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By Peter Sellick - posted Monday, 11 August 2014

The American writer John Updike died of lung cancer in 2009. For my wife this precipitated a dilemma as to what to give me for Christmas, for so many years the latest Updike novel. I have been immersed in Updike since buying a new edition of his short stories published in a two volume boxed set by The American Library and the recently released biography by Adam Begley (Harper Collins). Perhaps never before has the soul of an author been laid so bare and so extensively in his own writing. Updike's earlier work was largely autobiographical, particularly the Maple stories and many of his short stories published in the New Yorker from 1954 to 2008. Indeed many stories were so transparently autobiographical that they had to be put in the New Yorker's "Shadow Bank" until they could be published without risk of legal action.

Updike served up his immediate experience; all was grist for his mill. So much so that after telling his children that he was leaving the family of his first marriage, a painful episode for all, he published, soon after, an episode in the Maple stories, "Separating" that was drawn with little disguise from the event. One wonders at the facility of a writer who could do such painful things to his family and then serve it all up in a short story sold to the New Yorker for a fairly large amount of money. One wonders about his facility for detachment! For Updike all of experience was fodder for his literature. He could be called the Vermeer (one of Updike's favourite artists) of American letters, so intent was he on the gravity and beauty of the everyday. The glory of the small town of Shillington where he grew up was often celebrated in his short stories as if it were the centre of the universe.

The sexual revolution of the sixties and seventies was described in the book that made him a million dollars and his literary reputation: Couples. Begley's biography does not deal with Couples at length, which I think is a pity since it is the most theological of all his books. The central character is Piet Hanema, the earth-man and he is a creature caught between heaven and earth, between his wife Angela who is divine in bed and out but detached and his mistress Foxy who is of the earth and whose underwear is not always that fresh. In a game of naming the most wonderful thing Angela chooses the stars while Foxy chooses the Eucharist, the sign of incarnation. The battle between the two is resolved in Foxy's favour, the earth man is incarnate and needs an incarnate mate.


The setting for Couples is the "post pill paradise", the Vietnam War, the assassination of John Kennedy and American affluence. Underlying this there is angst aplenty:

Horribly awake, Piet tried to pray. His up-pouring thoughts touched nothing. An onyx dust of gas above his face. Something solid once was atomized. Thou shalt not covet, Whosever lusteth in his heart.…Forgive me. Reach down and touch. He had patronized his faith and lost it. God will not be used. Death stretched endless under him….He needed to touch Foxy, her nipples, her belly, in oblique moonlight.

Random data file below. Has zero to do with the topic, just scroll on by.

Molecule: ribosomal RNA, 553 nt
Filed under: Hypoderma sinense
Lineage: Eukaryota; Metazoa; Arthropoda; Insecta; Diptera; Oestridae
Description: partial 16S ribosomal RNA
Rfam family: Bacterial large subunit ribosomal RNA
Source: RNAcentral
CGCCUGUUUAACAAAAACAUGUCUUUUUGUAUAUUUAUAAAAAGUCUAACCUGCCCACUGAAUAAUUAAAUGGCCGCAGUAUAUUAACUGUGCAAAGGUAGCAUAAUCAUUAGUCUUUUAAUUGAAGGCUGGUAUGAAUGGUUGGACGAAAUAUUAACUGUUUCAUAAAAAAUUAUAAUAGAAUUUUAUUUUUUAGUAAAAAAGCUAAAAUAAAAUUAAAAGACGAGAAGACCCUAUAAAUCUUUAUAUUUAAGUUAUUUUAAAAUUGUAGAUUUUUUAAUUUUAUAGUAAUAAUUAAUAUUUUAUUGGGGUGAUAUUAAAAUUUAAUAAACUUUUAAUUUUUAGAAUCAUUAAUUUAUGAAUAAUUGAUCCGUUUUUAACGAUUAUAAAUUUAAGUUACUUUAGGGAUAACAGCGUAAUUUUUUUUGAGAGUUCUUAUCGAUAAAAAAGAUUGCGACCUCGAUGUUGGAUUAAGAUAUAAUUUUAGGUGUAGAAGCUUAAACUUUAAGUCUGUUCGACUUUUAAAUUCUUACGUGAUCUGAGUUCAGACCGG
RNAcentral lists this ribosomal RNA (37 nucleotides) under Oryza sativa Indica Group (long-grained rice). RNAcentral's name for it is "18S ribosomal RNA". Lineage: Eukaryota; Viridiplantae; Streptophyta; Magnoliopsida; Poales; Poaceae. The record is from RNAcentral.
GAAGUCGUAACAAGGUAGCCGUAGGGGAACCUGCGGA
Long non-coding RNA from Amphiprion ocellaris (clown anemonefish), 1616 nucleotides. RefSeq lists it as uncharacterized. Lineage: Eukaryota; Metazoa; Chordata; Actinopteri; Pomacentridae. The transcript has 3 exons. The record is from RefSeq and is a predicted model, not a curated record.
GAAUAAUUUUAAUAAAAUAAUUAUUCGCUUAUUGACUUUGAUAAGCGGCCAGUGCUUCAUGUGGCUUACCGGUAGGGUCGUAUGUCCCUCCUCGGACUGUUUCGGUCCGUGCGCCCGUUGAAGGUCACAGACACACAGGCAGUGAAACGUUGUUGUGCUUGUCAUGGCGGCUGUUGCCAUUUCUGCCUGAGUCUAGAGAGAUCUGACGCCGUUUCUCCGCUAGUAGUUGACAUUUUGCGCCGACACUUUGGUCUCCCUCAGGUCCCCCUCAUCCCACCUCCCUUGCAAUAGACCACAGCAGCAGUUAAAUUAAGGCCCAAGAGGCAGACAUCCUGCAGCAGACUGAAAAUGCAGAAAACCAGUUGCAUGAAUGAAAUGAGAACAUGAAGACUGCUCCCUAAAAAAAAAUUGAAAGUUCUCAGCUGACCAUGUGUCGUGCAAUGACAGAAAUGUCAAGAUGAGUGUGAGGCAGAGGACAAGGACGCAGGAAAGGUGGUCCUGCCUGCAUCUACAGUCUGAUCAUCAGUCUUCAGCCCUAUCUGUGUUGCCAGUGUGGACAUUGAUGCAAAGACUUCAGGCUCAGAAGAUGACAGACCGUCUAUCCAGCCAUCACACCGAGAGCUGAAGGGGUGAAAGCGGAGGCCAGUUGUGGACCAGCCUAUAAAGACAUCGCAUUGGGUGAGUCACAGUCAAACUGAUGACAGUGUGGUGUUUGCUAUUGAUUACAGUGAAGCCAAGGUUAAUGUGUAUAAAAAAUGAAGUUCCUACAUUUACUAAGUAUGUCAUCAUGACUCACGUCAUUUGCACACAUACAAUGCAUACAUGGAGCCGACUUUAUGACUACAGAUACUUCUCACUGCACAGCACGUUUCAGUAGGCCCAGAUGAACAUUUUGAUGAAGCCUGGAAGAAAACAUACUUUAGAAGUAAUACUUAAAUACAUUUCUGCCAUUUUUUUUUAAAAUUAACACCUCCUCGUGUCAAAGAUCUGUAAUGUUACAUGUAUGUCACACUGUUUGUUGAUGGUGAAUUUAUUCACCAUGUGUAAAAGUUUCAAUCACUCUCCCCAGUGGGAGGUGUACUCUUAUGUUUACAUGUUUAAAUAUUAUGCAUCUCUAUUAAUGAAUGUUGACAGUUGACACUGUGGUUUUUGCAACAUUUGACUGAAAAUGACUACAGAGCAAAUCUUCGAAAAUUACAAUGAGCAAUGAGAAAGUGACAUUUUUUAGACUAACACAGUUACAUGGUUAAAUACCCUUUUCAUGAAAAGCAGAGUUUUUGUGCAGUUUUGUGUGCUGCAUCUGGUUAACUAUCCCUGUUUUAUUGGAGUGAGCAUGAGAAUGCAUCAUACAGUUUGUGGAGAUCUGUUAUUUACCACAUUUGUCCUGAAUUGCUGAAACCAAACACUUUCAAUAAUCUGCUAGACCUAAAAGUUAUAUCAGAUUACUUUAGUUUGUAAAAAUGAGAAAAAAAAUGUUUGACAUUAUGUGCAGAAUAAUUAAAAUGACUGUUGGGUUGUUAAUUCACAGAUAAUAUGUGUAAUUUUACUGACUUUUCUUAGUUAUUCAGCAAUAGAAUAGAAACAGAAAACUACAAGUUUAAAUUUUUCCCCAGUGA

Similar expressions of dread can be found in the short stories. This from the story "Packed Dirt, Churchgoing, a Dying Cat, a Traded Car."

I was a condemned man. My brain in its calcium vault shouted about injustice, thundered accusations into the lustreless and tranquil homogeneity of air. Each second that my protest went unanswered justified it more certainly: the God who permitted me this fear was unworthy of existence. Each instant that my terror was extended amplified God's non-existence….

Updike was a churchgoer all his life. He studied some divinity at Harvard and read Karl Barth. He said the Lord's Prayer with his children at bedtime. However, his Christianity did not seem to comfort him or rein in his adulterous behaviour. One wonders at the possible connection between falling in love out of marriage and the Kierkegaardian dread that he and his characters experienced. In his autobiography he confessed that his cure for such desperation was to read Karl Barth and fall in love with other men's wives. The man in love was saved from the pit of existential despair. "He battled death with God and romance."

Updike's early writing did not fall far from his own experience. An affair threatened his marriage twelve years in and another ended it after twenty. His wife also had affairs. In their group in the town of Ipswich (read Tarbox in Couples) bed hopping was common. The sadness is that the participants thought that they could get away with it and marriages did not crumble immediately. However as the years proceeded the town was littered with broken homes spilling their children into a "universe of loss." The sexual revolution proved to be an example of rational overreach; the "why not?" led many into damaging acts.


We must remember that this was the era of Death of God theology and it may be that such an idea set the scene for libertarianism because "there was not enough left of the old morality to hold us in." Or as Begley writes:

Updike was surely aware that he could break a vow spoken at the altar without being struck dead or ejecting God from the heavens – without, indeed disturbing the universe in any way.

The new sexual freedom was heady and exciting and perhaps did keep dread at bay for a time. What we failed to understand is that transgression against the marital vows, even when well hidden, will always out and weaken the marriage, sometimes irrevocably.

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About the Author

Peter Sellick an Anglican deacon working in Perth with a background in the biological sciences.

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